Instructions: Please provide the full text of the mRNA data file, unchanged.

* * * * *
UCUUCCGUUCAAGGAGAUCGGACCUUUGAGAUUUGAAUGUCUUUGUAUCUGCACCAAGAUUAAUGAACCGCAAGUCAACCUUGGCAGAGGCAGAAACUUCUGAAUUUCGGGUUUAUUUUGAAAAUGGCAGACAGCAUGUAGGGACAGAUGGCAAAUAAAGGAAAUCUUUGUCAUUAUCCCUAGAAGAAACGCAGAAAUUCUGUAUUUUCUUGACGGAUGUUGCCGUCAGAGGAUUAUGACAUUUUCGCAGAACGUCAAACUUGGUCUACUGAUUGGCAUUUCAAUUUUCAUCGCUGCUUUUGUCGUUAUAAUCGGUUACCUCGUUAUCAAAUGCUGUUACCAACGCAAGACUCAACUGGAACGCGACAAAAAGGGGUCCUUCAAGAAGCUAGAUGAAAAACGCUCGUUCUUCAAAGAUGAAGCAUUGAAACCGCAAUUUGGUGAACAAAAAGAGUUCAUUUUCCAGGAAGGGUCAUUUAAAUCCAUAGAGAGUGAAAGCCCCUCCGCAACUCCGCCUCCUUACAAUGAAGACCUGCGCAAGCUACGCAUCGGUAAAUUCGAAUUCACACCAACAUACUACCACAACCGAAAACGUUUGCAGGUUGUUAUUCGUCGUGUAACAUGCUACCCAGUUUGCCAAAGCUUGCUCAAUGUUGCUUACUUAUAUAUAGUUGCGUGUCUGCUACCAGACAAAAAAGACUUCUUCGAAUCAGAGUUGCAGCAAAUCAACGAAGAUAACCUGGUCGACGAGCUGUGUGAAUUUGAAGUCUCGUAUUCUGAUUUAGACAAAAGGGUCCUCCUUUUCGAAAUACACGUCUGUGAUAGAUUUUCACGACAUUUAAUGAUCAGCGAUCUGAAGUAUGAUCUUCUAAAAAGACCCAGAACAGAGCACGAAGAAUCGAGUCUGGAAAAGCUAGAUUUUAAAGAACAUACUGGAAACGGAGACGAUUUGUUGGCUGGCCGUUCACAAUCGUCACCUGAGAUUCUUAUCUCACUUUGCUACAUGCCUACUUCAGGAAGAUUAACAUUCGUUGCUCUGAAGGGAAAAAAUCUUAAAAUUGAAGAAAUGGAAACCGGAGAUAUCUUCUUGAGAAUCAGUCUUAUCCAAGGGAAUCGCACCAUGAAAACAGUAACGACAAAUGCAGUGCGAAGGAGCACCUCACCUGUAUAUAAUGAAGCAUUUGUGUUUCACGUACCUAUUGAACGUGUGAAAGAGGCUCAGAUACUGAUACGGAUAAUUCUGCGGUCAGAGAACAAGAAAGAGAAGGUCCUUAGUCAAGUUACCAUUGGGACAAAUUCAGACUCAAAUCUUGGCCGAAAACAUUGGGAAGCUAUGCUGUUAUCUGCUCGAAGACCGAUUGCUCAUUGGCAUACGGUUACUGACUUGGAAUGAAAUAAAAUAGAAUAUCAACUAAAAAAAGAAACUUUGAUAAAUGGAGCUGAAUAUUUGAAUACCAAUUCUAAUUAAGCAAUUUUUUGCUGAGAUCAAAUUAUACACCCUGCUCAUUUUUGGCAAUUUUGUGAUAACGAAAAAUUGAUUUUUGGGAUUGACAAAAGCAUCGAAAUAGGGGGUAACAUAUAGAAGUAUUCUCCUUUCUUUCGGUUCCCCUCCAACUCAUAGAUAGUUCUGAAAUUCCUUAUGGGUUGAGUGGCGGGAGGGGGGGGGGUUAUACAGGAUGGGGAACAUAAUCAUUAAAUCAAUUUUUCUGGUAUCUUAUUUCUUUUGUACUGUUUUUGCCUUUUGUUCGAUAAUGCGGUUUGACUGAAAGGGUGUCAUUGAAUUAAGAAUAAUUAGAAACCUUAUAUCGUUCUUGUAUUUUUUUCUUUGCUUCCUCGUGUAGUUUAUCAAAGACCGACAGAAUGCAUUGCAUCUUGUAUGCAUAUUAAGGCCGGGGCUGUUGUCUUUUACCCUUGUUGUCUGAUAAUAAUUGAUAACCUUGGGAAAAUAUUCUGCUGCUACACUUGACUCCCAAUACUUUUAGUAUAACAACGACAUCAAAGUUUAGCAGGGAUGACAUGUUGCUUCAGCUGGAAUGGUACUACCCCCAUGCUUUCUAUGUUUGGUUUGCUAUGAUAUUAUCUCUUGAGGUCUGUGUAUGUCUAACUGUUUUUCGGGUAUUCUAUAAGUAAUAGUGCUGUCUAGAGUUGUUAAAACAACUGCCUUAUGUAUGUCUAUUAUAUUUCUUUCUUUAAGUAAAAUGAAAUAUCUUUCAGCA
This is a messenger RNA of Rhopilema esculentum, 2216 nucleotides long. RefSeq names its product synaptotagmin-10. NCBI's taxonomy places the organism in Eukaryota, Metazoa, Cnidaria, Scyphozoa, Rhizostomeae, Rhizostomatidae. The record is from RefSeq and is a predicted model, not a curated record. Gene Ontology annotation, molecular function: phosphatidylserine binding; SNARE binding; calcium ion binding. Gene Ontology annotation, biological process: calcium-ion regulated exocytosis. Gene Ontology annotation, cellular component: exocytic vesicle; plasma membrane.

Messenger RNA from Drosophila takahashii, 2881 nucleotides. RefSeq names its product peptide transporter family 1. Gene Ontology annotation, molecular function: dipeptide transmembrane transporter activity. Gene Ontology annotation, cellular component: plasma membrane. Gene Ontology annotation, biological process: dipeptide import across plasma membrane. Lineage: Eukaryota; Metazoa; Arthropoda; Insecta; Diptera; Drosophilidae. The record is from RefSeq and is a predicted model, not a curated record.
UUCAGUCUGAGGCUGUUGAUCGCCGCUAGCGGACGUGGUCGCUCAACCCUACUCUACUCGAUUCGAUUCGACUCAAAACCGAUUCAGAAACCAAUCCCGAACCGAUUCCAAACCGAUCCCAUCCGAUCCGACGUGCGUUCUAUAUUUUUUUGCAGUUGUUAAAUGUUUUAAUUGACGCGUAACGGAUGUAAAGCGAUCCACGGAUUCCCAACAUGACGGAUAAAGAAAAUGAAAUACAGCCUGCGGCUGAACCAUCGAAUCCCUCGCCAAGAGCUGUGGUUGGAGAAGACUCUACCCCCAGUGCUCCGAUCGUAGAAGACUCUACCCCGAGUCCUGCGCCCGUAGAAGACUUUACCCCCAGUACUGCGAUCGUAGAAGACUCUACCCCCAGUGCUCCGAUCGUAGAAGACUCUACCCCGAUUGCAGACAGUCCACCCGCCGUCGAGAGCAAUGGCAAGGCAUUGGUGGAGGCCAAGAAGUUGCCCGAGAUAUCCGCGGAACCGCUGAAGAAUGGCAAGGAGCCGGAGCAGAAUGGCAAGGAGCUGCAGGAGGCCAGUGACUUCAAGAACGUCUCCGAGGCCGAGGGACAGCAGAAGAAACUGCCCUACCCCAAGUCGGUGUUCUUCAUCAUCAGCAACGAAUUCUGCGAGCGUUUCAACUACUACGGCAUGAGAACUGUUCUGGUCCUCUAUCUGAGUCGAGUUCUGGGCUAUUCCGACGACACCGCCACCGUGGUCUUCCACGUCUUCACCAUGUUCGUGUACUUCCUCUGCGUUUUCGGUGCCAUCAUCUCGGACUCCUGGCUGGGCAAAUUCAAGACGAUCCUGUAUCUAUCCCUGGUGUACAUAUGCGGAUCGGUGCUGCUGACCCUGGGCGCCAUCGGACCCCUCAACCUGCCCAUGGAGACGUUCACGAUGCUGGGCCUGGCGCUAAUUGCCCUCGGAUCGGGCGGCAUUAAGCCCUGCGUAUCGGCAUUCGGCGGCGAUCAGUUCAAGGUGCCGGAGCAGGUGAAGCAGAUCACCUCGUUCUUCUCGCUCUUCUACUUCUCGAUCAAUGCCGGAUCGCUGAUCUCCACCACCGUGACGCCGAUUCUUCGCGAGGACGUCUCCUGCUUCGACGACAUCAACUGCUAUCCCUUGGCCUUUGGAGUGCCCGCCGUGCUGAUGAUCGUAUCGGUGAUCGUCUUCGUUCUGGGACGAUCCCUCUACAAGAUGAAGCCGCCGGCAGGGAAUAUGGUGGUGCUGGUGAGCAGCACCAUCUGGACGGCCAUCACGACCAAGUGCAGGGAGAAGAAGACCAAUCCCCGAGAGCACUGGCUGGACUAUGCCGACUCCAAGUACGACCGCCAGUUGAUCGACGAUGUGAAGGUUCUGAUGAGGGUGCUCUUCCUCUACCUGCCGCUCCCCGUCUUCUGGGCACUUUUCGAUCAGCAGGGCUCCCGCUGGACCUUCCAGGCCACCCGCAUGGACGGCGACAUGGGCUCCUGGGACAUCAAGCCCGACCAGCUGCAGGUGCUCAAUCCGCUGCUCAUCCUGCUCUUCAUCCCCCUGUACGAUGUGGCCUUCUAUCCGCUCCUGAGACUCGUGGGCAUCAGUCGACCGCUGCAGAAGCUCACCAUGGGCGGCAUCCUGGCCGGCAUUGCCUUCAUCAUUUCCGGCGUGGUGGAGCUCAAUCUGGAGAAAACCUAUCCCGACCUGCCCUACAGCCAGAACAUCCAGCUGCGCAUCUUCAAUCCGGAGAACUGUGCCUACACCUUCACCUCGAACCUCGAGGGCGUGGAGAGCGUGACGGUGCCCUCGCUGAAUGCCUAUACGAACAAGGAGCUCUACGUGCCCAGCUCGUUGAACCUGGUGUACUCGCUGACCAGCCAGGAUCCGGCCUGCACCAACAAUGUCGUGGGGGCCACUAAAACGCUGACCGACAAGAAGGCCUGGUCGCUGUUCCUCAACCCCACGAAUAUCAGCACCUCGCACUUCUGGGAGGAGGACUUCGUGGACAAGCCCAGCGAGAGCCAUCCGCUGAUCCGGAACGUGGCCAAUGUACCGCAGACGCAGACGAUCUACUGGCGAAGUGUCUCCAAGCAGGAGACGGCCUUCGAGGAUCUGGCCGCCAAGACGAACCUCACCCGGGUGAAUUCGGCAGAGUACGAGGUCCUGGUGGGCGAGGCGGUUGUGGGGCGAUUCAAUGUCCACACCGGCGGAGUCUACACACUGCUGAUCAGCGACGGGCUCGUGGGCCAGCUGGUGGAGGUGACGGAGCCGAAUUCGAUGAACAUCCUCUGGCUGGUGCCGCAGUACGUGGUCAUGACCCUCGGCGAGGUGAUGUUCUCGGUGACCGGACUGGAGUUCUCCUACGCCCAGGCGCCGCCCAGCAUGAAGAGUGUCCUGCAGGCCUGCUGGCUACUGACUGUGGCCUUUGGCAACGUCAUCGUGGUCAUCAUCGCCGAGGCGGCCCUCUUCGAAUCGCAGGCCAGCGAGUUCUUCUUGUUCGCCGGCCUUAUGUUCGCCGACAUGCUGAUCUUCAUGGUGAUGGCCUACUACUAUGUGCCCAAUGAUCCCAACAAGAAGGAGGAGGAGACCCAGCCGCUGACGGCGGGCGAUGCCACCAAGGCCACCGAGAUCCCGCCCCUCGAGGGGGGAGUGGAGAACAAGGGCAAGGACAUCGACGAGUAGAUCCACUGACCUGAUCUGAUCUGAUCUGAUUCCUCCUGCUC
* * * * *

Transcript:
UCUUCCGUUCAAGGAGAUCGGACCUUUGAGAUUUGAAUGUCUUUGUAUCUGCACCAAGAUUAAUGAACCGCAAGUCAACCUUGGCAGAGGCAGAAACUUCUGAAUUUCGGGUUUAUUUUGAAAAUGGCAGACAGCAUGUAGGGACAGAUGGCAAAUAAAGGAAAUCUUUGUCAUUAUCCCUAGAAGAAACGCAGAAAUUCUGUAUUUUCUUGACGGAUGUUGCCGUCAGAGGAUUAUGACAUUUUCGCAGAACGUCAAACUUGGUCUACUGAUUGGCAUUUCAAUUUUCAUCGCUGCUUUUGUCGUUAUAAUCGGUUACCUCGUUAUCAAAUGCUGUUACCAACGCAAGACUCAACUGGAACGCGACAAAAAGGGGUCCUUCAAGAAGCUAGAUGAAAAACGCUCGUUCUUCAAAGAUGAAGCAUUGAAACCGCAAUUUGGUGAACAAAAAGAGUUCAUUUUCCAGGAAGGGUCAUUUAAAUCCAUAGAGAGUGAAAGCCCCUCCGCAACUCCGCCUCCUUACAAUGAAGACCUGCGCAAGCUACGCAUCGGUAAAUUCGAAUUCACACCAACAUACUACCACAACCGAAAACGUUUGCAGGUUGUUAUUCGUCGUGUAACAUGCUACCCAGUUUGCCAAAGCUUGCUCAAUGUUGCUUACUUAUAUAUAGUUGCGUGUCUGCUACCAGACAAAAAAGACUUCUUCGAAUCAGAGUUGCAGCAAAUCAACGAAGAUAACCUGGUCGACGAGCUGUGUGAAUUUGAAGUCUCGUAUUCUGAUUUAGACAAAAGGGUCCUCCUUUUCGAAAUACACGUCUGUGAUAGAUUUUCACGACAUUUAAUGAUCAGCGAUCUGAAGUAUGAUCUUCUAAAAAGACCCAGAACAGAGCACGAAGAAUCGAGUCUGGAAAAGCUAGAUUUUAAAGAACAUACUGGAAACGGAGACGAUUUGUUGGCUGGCCGUUCACAAUCGUCACCUGAGAUUCUUAUCUCACUUUGCUACAUGCCUACUUCAGGAAGAUUAACAUUCGUUGCUCUGAAGGGAAAAAAUCUUAAAAUUGAAGAAAUGGAAACCGGAGAUAUCUUCUUGAGAAUCAGUCUUAUCCAAGGGAAUCGCACCAUGAAAACAGUAACGACAAAUGCAGUGCGAAGGAGCACCUCACCUGUAUAUAAUGAAGCAUUUGUGUUUCACGUACCUAUUGAACGUGUGAAAGAGGCUCAGAUACUGAUACGGAUAAUUCUGCGGUCAGAGAACAAGAAAGAGAAGGUCCUUAGUCAAGUUACCAUUGGGACAAAUUCAGACUCAAAUCUUGGCCGAAAACAUUGGGAAGCUAUGCUGUUAUCUGCUCGAAGACCGAUUGCUCAUUGGCAUACGGUUACUGACUUGGAAUGAAAUAAAAUAGAAUAUCAACUAAAAAAAGAAACUUUGAUAAAUGGAGCUGAAUAUUUGAAUACCAAUUCUAAUUAAGCAAUUUUUUGCUGAGAUCAAAUUAUACACCCUGCUCAUUUUUGGCAAUUUUGUGAUAACGAAAAAUUGAUUUUUGGGAUUGACAAAAGCAUCGAAAUAGGGGGUAACAUAUAGAAGUAUUCUCCUUUCUUUCGGUUCCCCUCCAACUCAUAGAUAGUUCUGAAAUUCCUUAUGGGUUGAGUGGCGGGAGGGGGGGGGGUUAUACAGGAUGGGGAACAUAAUCAUUAAAUCAAUUUUUCUGGUAUCUUAUUUCUUUUGUACUGUUUUUGCCUUUUGUUCGAUAAUGCGGUUUGACUGAAAGGGUGUCAUUGAAUUAAGAAUAAUUAGAAACCUUAUAUCGUUCUUGUAUUUUUUUCUUUGCUUCCUCGUGUAGUUUAUCAAAGACCGACAGAAUGCAUUGCAUCUUGUAUGCAUAUUAAGGCCGGGGCUGUUGUCUUUUACCCUUGUUGUCUGAUAAUAAUUGAUAACCUUGGGAAAAUAUUCUGCUGCUACACUUGACUCCCAAUACUUUUAGUAUAACAACGACAUCAAAGUUUAGCAGGGAUGACAUGUUGCUUCAGCUGGAAUGGUACUACCCCCAUGCUUUCUAUGUUUGGUUUGCUAUGAUAUUAUCUCUUGAGGUCUGUGUAUGUCUAACUGUUUUUCGGGUAUUCUAUAAGUAAUAGUGCUGUCUAGAGUUGUUAAAACAACUGCCUUAUGUAUGUCUAUUAUAUUUCUUUCUUUAAGUAAAAUGAAAUAUCUUUCAGCA
This is a messenger RNA of Rhopilema esculentum, 2216 nucleotides long. RefSeq names its product synaptotagmin-10. NCBI's taxonomy places the organism in Eukaryota, Metazoa, Cnidaria, Scyphozoa, Rhizostomeae, Rhizostomatidae. The record is from RefSeq and is a predicted model, not a curated record. Gene Ontology annotation, molecular function: phosphatidylserine binding; SNARE binding; calcium ion binding. Gene Ontology annotation, biological process: calcium-ion regulated exocytosis. Gene Ontology annotation, cellular component: exocytic vesicle; plasma membrane.

Messenger RNA from Drosophila takahashii, 2881 nucleotides. RefSeq names its product peptide transporter family 1. Gene Ontology annotation, molecular function: dipeptide transmembrane transporter activity. Gene Ontology annotation, cellular component: plasma membrane. Gene Ontology annotation, biological process: dipeptide import across plasma membrane. Lineage: Eukaryota; Metazoa; Arthropoda; Insecta; Diptera; Drosophilidae. The record is from RefSeq and is a predicted model, not a curated record.
UUCAGUCUGAGGCUGUUGAUCGCCGCUAGCGGACGUGGUCGCUCAACCCUACUCUACUCGAUUCGAUUCGACUCAAAACCGAUUCAGAAACCAAUCCCGAACCGAUUCCAAACCGAUCCCAUCCGAUCCGACGUGCGUUCUAUAUUUUUUUGCAGUUGUUAAAUGUUUUAAUUGACGCGUAACGGAUGUAAAGCGAUCCACGGAUUCCCAACAUGACGGAUAAAGAAAAUGAAAUACAGCCUGCGGCUGAACCAUCGAAUCCCUCGCCAAGAGCUGUGGUUGGAGAAGACUCUACCCCCAGUGCUCCGAUCGUAGAAGACUCUACCCCGAGUCCUGCGCCCGUAGAAGACUUUACCCCCAGUACUGCGAUCGUAGAAGACUCUACCCCCAGUGCUCCGAUCGUAGAAGACUCUACCCCGAUUGCAGACAGUCCACCCGCCGUCGAGAGCAAUGGCAAGGCAUUGGUGGAGGCCAAGAAGUUGCCCGAGAUAUCCGCGGAACCGCUGAAGAAUGGCAAGGAGCCGGAGCAGAAUGGCAAGGAGCUGCAGGAGGCCAGUGACUUCAAGAACGUCUCCGAGGCCGAGGGACAGCAGAAGAAACUGCCCUACCCCAAGUCGGUGUUCUUCAUCAUCAGCAACGAAUUCUGCGAGCGUUUCAACUACUACGGCAUGAGAACUGUUCUGGUCCUCUAUCUGAGUCGAGUUCUGGGCUAUUCCGACGACACCGCCACCGUGGUCUUCCACGUCUUCACCAUGUUCGUGUACUUCCUCUGCGUUUUCGGUGCCAUCAUCUCGGACUCCUGGCUGGGCAAAUUCAAGACGAUCCUGUAUCUAUCCCUGGUGUACAUAUGCGGAUCGGUGCUGCUGACCCUGGGCGCCAUCGGACCCCUCAACCUGCCCAUGGAGACGUUCACGAUGCUGGGCCUGGCGCUAAUUGCCCUCGGAUCGGGCGGCAUUAAGCCCUGCGUAUCGGCAUUCGGCGGCGAUCAGUUCAAGGUGCCGGAGCAGGUGAAGCAGAUCACCUCGUUCUUCUCGCUCUUCUACUUCUCGAUCAAUGCCGGAUCGCUGAUCUCCACCACCGUGACGCCGAUUCUUCGCGAGGACGUCUCCUGCUUCGACGACAUCAACUGCUAUCCCUUGGCCUUUGGAGUGCCCGCCGUGCUGAUGAUCGUAUCGGUGAUCGUCUUCGUUCUGGGACGAUCCCUCUACAAGAUGAAGCCGCCGGCAGGGAAUAUGGUGGUGCUGGUGAGCAGCACCAUCUGGACGGCCAUCACGACCAAGUGCAGGGAGAAGAAGACCAAUCCCCGAGAGCACUGGCUGGACUAUGCCGACUCCAAGUACGACCGCCAGUUGAUCGACGAUGUGAAGGUUCUGAUGAGGGUGCUCUUCCUCUACCUGCCGCUCCCCGUCUUCUGGGCACUUUUCGAUCAGCAGGGCUCCCGCUGGACCUUCCAGGCCACCCGCAUGGACGGCGACAUGGGCUCCUGGGACAUCAAGCCCGACCAGCUGCAGGUGCUCAAUCCGCUGCUCAUCCUGCUCUUCAUCCCCCUGUACGAUGUGGCCUUCUAUCCGCUCCUGAGACUCGUGGGCAUCAGUCGACCGCUGCAGAAGCUCACCAUGGGCGGCAUCCUGGCCGGCAUUGCCUUCAUCAUUUCCGGCGUGGUGGAGCUCAAUCUGGAGAAAACCUAUCCCGACCUGCCCUACAGCCAGAACAUCCAGCUGCGCAUCUUCAAUCCGGAGAACUGUGCCUACACCUUCACCUCGAACCUCGAGGGCGUGGAGAGCGUGACGGUGCCCUCGCUGAAUGCCUAUACGAACAAGGAGCUCUACGUGCCCAGCUCGUUGAACCUGGUGUACUCGCUGACCAGCCAGGAUCCGGCCUGCACCAACAAUGUCGUGGGGGCCACUAAAACGCUGACCGACAAGAAGGCCUGGUCGCUGUUCCUCAACCCCACGAAUAUCAGCACCUCGCACUUCUGGGAGGAGGACUUCGUGGACAAGCCCAGCGAGAGCCAUCCGCUGAUCCGGAACGUGGCCAAUGUACCGCAGACGCAGACGAUCUACUGGCGAAGUGUCUCCAAGCAGGAGACGGCCUUCGAGGAUCUGGCCGCCAAGACGAACCUCACCCGGGUGAAUUCGGCAGAGUACGAGGUCCUGGUGGGCGAGGCGGUUGUGGGGCGAUUCAAUGUCCACACCGGCGGAGUCUACACACUGCUGAUCAGCGACGGGCUCGUGGGCCAGCUGGUGGAGGUGACGGAGCCGAAUUCGAUGAACAUCCUCUGGCUGGUGCCGCAGUACGUGGUCAUGACCCUCGGCGAGGUGAUGUUCUCGGUGACCGGACUGGAGUUCUCCUACGCCCAGGCGCCGCCCAGCAUGAAGAGUGUCCUGCAGGCCUGCUGGCUACUGACUGUGGCCUUUGGCAACGUCAUCGUGGUCAUCAUCGCCGAGGCGGCCCUCUUCGAAUCGCAGGCCAGCGAGUUCUUCUUGUUCGCCGGCCUUAUGUUCGCCGACAUGCUGAUCUUCAUGGUGAUGGCCUACUACUAUGUGCCCAAUGAUCCCAACAAGAAGGAGGAGGAGACCCAGCCGCUGACGGCGGGCGAUGCCACCAAGGCCACCGAGAUCCCGCCCCUCGAGGGGGGAGUGGAGAACAAGGGCAAGGACAUCGACGAGUAGAUCCACUGACCUGAUCUGAUCUGAUCUGAUUCCUCCUGCUC